You can "count on" building in a very large external renderer library, and then even besides the overhead of that, MathJax is ~9x slower than native even with the fastest JavaScript engines.

Most sites would rather count on using images than deal with that.

Re:Bloat vs Flexibility (0)

Anonymous Coward | about 6 months ago | (#45310133)

Yes! LaTeX's mathmode (parsed by JavaScript) converted to HTML Canvas / SVG element is a considerably better way. Couldn't find any implementation yet though, I bet it exists, just finding it is hard.

Re:Bloat vs Flexibility (0)

Anonymous Coward | about 6 months ago | (#45310225)

The original idea of a "web browser" was to combine all services you'd use on the Internet in one graphical user interface based on an easy to learn document markup language. The browser displays gopher, databases, telnet connections, ftp, and more for you. It was especially invented for scientists.

The idea was NOT to build an advertisement plattform for people who have no interest to ever display math formulas. That was AOL's idea.

Re:Bloat vs Flexibility (0)

Anonymous Coward | about 6 months ago | (#45322371)

In the same vein, why do web developer tools need to be built into the browser? They are only used by a tiny minority of users, likely less than would benefit from MathML.

It's Dead, Jim (1)

Tablizer (95088) | about 6 months ago | (#45309533)

HTML5 is seems to be headed the same way as VRML and the Dodo Bird. Vendors are squabbling like Congress over the details, and there are some security worries over some of it's features.

What are the Vegas odds on it? I'd like to put some money down.

Re:It's Dead, Jim [typos] (1)

Tablizer (95088) | about 6 months ago | (#45309553)

Sorry about the typos. What HTML 5 really needs are a grammar checker :-)

Re:It's Dead, Jim [typos] (1)

bn-7bc (909819) | about 6 months ago | (#45310525)

Ehm, correct me if I'm wrong here, but is that not a fungtion that is petter imolemented in the browser? Last time I checked HTML5 wast just a markup language.

LaTex plugin (2, Insightful)

Anonymous Coward | about 6 months ago | (#45309619)

Is there some reason they're not using LaTeX. The computers now are warp speed fast and powerful versus the speed available when LaTeX was written. Write a LaTeX plugin already, problem solved.

How did Scotty put it, "The more they overthink the plumbing, the easier it is to stop up the drain." I believe it was Star Trek III: The Search for Spock.

Re:LaTex plugin (0)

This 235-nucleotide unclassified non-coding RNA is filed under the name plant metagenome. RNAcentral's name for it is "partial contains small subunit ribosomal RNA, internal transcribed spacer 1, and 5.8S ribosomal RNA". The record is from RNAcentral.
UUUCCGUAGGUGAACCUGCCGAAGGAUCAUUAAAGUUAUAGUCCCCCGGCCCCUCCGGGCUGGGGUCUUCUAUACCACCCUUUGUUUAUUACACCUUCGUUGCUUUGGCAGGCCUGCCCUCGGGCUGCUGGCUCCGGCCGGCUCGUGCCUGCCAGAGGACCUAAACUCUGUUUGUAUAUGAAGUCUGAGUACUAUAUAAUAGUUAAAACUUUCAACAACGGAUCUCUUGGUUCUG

Anonymous Coward | about 6 months ago | (#45309845)

Because you can't colour code LaTeX with CSS like you can with MathML [htmlpad.org]

Re:LaTex plugin (0)

Anonymous Coward | about 6 months ago | (#45310121)

Because you can't colour code LaTeX with CSS like you can with MathML

... and that is a feature, not a bug. Math is content-heavy so presentation should be as light as possible. Mental resources spent on decoding presentation (colors, blinks, so on) are resources not available for decoding content.

You can, of course, color code LaTeX directly - and it's not too easy, and a feature again, so as to make one use this only if really necessary. So by all means, you can do stuff as in that unfortunate link of yours, just not easily enough to encourage abuse.

Re:LaTex plugin (0)

Anonymous Coward | about 6 months ago | (#45311531)

While I agree that some visual effects and things like color should be minimized in math to improve communication effectiveness a lot of the time, I really hate the attitude, "We should make something difficult to do so people won't over use it." Outside personnel and equipment safety issues, tools should be made to make things easy to do. And with something like latex, it isn't like adding a button to a GUI that clutters and makes it difficult to find more commonly used or beginner features. It would just be nice if things like textcolor didn't screw up spacing and alignment without extra effort.

Color in equations can be quite useful. by which I don't mean TimeCube extremes or something over the top thing done as just a tech demo. In visual presentations and especially in educational contexts where you want to break things down into parts, highlighting a term or two with colors is very efficient for those with more of a visual learning approach (still need text labels for those that prefer reading, or are colorblind). But no, we must inhibit possible productive uses of a tool, so that we could discourage others from abusing it, as if that would suddenly teach the latter types proper presentation skills.